A large global report shows a decline in mental health worldwide, with the poorest outcomes reported in young adults.
The Mental Health Million Project of Sapien Labs issued its second report, published online March 15, encompassing 34 countries and over 220,000 internet-enabled adults. It found a continued decline in mental health in all age groups and genders, with English-speaking countries having the lowest mental well-being.
The decline was significantly correlated with the stringency of COVID-19 lockdown measures in each country and was directionally correlated to the cases and deaths per million.
The youngest age group (18–24 years) reported the poorest mental well-being, with better mental health scores rising in every successively older age group.
“Some of our findings, especially regarding mental health in young adults, are alarming,” Tara Thiagarajan, PhD, Sapien Labs founder and chief scientist, told Medscape Medical News.
“Our data, which are continually updated in real time, are freely available for nonprofit, noncommercial use and research, and we hope that researchers will get involved in an interdisciplinary way that spans sociology, economics, psychiatry, and other fields,” she said .
Thiagarajan and her team pioneered the Mental Health Million project, an ongoing research initiative utilizing a “free and anonymous assessment tool,” the Mental Health Quotient (MHQ), which “encompasses a comprehensive view of our emotional, social, and cognitive function and capacity .”
The MHQ consists of 47 “elements of mental well-being,” with scores ranging from -100 to +200. (Negative scores indicate poorer mental well-being.) The MHQ categorizes respondents as “clinical, at-risk, enduring, managing, succeeding, and thriving” and computes scores on the basis of six broad dimensions of mental health: core cognition, complex cognition, mood and outlook, drive and motivation, social self, and mind-body connection.
As reported by Medscape Medical NewsSapien Lab’s first Mental Health State of the World report (n = 49,000 adults) was conducted in eight English-speaking countries in 2020. Participants were compared to a smaller sample of people from the same countries polled in 2019.
In this year’s report, “we expanded quite substantially,” Thiagarajan said. The project added Spanish, French, and Arabic and recruited participants from 34 countries on six continents (n = 223,087) via advertising on Google and Facebook.
|Core anglosphere (70,025)||United States
|Latin America (60,989)||Argentina
|Middle East (7434)||Saudi Arabia
United Arab Emirates
|French and Spanish-speaking mainland Europe (13,527)||Spain
|West Africa (11,942)||Cameroon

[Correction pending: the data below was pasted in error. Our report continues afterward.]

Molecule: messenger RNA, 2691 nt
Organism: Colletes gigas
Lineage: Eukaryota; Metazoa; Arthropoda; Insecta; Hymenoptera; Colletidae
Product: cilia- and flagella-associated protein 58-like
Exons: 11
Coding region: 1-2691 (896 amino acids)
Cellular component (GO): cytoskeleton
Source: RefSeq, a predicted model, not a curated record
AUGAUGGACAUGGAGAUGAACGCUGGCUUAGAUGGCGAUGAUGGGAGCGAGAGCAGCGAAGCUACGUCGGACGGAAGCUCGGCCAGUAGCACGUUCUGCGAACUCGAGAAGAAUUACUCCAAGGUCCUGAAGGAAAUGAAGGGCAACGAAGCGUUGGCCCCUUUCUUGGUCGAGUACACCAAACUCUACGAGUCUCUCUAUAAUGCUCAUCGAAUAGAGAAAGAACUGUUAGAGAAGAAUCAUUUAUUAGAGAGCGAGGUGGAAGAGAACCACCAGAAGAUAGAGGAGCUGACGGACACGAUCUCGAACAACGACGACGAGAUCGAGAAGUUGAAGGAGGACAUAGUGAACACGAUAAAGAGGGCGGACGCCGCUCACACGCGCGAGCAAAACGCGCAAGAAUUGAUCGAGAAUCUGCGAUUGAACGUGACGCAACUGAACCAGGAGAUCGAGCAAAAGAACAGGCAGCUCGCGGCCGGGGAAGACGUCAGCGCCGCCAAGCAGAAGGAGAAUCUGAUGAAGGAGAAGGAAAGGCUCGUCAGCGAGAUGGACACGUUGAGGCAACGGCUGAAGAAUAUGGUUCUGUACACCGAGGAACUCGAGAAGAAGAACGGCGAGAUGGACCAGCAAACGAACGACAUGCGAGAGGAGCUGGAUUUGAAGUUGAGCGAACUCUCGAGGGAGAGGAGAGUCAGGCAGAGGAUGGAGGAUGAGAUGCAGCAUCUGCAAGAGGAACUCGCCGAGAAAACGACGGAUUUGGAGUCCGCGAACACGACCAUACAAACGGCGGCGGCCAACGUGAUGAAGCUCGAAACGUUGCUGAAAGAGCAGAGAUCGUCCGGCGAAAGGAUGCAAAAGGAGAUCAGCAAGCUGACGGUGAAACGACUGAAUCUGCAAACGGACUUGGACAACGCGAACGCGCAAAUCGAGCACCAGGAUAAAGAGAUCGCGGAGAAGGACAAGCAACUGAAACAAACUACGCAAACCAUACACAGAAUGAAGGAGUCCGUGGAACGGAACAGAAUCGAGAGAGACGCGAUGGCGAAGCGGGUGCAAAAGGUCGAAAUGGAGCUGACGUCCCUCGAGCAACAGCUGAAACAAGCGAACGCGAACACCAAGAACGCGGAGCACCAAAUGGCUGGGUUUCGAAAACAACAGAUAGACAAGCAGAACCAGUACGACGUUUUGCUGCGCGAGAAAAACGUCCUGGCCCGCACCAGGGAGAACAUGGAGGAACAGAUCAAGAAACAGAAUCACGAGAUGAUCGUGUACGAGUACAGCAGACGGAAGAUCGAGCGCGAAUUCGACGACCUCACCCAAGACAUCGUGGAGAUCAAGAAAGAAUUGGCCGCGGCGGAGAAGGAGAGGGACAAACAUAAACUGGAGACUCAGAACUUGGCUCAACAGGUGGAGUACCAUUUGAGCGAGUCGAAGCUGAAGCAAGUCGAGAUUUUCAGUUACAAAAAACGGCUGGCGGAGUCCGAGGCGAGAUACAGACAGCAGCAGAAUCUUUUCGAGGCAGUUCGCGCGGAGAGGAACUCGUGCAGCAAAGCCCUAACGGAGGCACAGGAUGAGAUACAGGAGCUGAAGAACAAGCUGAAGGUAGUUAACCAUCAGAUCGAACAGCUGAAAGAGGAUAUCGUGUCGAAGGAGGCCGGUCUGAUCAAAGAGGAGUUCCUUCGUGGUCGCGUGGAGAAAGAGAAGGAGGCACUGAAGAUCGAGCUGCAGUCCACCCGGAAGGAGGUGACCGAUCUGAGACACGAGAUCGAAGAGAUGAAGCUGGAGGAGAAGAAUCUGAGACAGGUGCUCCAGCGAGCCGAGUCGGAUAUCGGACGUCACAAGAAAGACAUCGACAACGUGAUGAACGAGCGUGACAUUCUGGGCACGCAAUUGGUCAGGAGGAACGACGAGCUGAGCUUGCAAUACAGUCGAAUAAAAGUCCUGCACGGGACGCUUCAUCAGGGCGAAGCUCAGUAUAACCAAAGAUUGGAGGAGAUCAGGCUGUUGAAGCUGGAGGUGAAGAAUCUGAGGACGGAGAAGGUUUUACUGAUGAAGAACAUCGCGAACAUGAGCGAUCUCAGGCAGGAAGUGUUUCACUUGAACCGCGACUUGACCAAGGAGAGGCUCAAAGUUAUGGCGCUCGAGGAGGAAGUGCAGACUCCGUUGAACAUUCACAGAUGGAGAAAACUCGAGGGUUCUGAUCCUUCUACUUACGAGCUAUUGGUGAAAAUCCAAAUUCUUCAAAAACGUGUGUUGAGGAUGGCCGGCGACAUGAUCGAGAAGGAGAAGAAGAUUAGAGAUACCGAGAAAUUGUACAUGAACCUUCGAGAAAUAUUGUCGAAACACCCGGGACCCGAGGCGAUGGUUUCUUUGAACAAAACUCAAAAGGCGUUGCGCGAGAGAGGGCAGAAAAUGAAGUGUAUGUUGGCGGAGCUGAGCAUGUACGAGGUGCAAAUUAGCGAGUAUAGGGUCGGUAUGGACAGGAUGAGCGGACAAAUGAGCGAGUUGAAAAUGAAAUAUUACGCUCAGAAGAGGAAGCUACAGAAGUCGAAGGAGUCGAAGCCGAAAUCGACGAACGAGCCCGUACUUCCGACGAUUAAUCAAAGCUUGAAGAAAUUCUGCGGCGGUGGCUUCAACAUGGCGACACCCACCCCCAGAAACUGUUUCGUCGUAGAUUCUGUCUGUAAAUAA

Democratic Republic of the Congo
|North Africa (19,750)||Algeria
|Countries not aggregated into any region (39,423)||South Africa
spanned all age respond groups equally, while the gender split was 58% female, 41% male, and 1% nonbinary/third gender.
Economic Prosperity Not Protective
Across the eight English-speaking countries, there was a decline in mental well-being of 3% from 2020 to 2021, which was smaller than the 8% decline from 2019 to 2020. The percentage of people who were “distressed or struggling” increased from 26% to 30% in 2021.
“Now that a lot of pandemic issue seems to be easing up, I hope we’ll see mental well-being coming back up, but at least it’s a smaller decline than we saw between 2019 and 2020,” said Thiagarajan.
The decline across countries from 2019–2021 was significantly correlated with the stringency of governmental COVID-19-related measures (based on the Oxford COVID-19 Government Response Tracker, 2022; r = .54) and directionally correlated to the cases and deaths per million.
In total, 30% of respondents in English-speaking countries had mental well-being scores in the “distressed” or “struggling” range — higher than the Middle Eastern countries, North Africa, Latin America, and Europe (23%, 23% , 24%, and 18%, respectively).
Only 36% of participants in the English-speaking countries, the Middle East, and North Africa reported “thriving or succeeding,” vs 45% and 46% in Latin America and Europe, respectively. Venezuela topped the list with an average MHQ of 91, while the UK and South Africa had the lowest scores, at 46 each.
Mental well-being was slightly higher in males than in females but was lower in nonbinary/third gender respondents. In fact, those identifying as non-binary/third gender had the lowest mental well-being of any group.